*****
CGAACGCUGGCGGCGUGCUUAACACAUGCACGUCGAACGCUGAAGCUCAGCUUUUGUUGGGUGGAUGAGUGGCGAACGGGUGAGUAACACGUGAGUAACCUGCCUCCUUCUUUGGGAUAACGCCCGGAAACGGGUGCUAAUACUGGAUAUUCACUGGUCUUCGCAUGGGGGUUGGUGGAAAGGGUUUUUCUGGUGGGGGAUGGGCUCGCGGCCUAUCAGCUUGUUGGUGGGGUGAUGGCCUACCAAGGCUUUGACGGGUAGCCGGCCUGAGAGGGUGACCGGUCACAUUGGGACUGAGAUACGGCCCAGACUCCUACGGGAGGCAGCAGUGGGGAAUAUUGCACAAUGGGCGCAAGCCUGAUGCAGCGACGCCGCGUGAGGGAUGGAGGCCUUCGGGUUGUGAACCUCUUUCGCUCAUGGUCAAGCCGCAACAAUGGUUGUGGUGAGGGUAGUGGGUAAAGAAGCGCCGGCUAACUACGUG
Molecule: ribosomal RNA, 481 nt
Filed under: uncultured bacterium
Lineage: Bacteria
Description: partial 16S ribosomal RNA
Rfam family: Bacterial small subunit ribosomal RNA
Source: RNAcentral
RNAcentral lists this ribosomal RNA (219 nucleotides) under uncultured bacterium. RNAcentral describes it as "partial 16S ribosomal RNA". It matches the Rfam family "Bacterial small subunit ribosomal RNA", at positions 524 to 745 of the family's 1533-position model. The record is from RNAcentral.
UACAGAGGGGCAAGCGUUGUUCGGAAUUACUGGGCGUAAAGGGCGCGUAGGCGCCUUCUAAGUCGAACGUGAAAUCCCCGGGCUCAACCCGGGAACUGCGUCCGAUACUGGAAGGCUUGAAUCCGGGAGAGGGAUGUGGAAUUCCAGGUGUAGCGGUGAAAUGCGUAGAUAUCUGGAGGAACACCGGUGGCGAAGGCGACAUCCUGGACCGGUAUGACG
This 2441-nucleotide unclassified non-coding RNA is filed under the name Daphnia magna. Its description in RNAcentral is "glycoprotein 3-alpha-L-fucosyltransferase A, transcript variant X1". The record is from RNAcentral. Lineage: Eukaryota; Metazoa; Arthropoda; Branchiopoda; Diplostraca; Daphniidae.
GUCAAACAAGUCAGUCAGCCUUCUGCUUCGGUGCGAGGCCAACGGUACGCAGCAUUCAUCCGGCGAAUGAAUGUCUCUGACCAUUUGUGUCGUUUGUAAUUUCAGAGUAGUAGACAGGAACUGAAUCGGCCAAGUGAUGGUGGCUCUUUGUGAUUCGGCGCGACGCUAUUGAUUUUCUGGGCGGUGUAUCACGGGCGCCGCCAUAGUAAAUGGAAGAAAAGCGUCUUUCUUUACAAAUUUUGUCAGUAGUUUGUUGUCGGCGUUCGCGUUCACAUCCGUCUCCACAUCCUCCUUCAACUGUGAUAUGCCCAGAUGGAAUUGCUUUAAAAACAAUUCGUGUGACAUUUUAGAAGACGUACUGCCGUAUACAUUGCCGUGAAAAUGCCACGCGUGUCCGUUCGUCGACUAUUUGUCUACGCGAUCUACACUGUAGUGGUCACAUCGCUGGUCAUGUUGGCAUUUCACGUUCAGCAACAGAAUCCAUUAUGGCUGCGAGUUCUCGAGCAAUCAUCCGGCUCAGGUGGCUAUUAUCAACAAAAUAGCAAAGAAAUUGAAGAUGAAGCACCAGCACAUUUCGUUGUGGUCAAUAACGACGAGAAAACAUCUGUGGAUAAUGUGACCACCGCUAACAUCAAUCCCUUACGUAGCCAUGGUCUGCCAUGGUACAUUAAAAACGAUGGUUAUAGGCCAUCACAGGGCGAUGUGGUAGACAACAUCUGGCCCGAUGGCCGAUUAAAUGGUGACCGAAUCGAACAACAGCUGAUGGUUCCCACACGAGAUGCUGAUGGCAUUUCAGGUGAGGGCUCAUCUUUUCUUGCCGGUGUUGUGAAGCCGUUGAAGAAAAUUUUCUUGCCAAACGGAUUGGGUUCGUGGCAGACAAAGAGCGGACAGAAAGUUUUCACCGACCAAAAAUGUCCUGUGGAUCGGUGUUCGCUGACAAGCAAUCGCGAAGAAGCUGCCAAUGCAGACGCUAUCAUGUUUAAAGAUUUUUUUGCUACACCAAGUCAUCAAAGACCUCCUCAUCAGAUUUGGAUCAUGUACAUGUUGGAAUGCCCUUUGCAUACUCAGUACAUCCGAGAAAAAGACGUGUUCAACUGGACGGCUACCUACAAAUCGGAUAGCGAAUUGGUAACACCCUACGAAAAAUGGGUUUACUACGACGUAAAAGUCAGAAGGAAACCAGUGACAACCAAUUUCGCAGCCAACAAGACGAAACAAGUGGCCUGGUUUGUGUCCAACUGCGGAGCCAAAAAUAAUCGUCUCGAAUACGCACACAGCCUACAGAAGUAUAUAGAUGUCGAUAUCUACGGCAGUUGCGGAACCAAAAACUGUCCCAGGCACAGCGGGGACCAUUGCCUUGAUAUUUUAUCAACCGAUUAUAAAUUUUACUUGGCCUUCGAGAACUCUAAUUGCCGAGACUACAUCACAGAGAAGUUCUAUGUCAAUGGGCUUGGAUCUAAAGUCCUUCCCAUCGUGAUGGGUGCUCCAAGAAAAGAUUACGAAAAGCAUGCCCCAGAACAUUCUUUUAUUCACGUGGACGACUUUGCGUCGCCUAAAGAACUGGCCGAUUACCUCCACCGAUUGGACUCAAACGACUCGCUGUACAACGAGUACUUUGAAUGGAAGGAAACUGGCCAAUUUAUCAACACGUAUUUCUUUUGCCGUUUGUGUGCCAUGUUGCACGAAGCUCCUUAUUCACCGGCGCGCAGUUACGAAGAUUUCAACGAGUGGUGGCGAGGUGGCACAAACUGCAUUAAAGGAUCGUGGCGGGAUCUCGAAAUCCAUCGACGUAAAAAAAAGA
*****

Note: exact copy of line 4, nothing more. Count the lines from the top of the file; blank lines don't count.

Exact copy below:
Lineage: Bacteria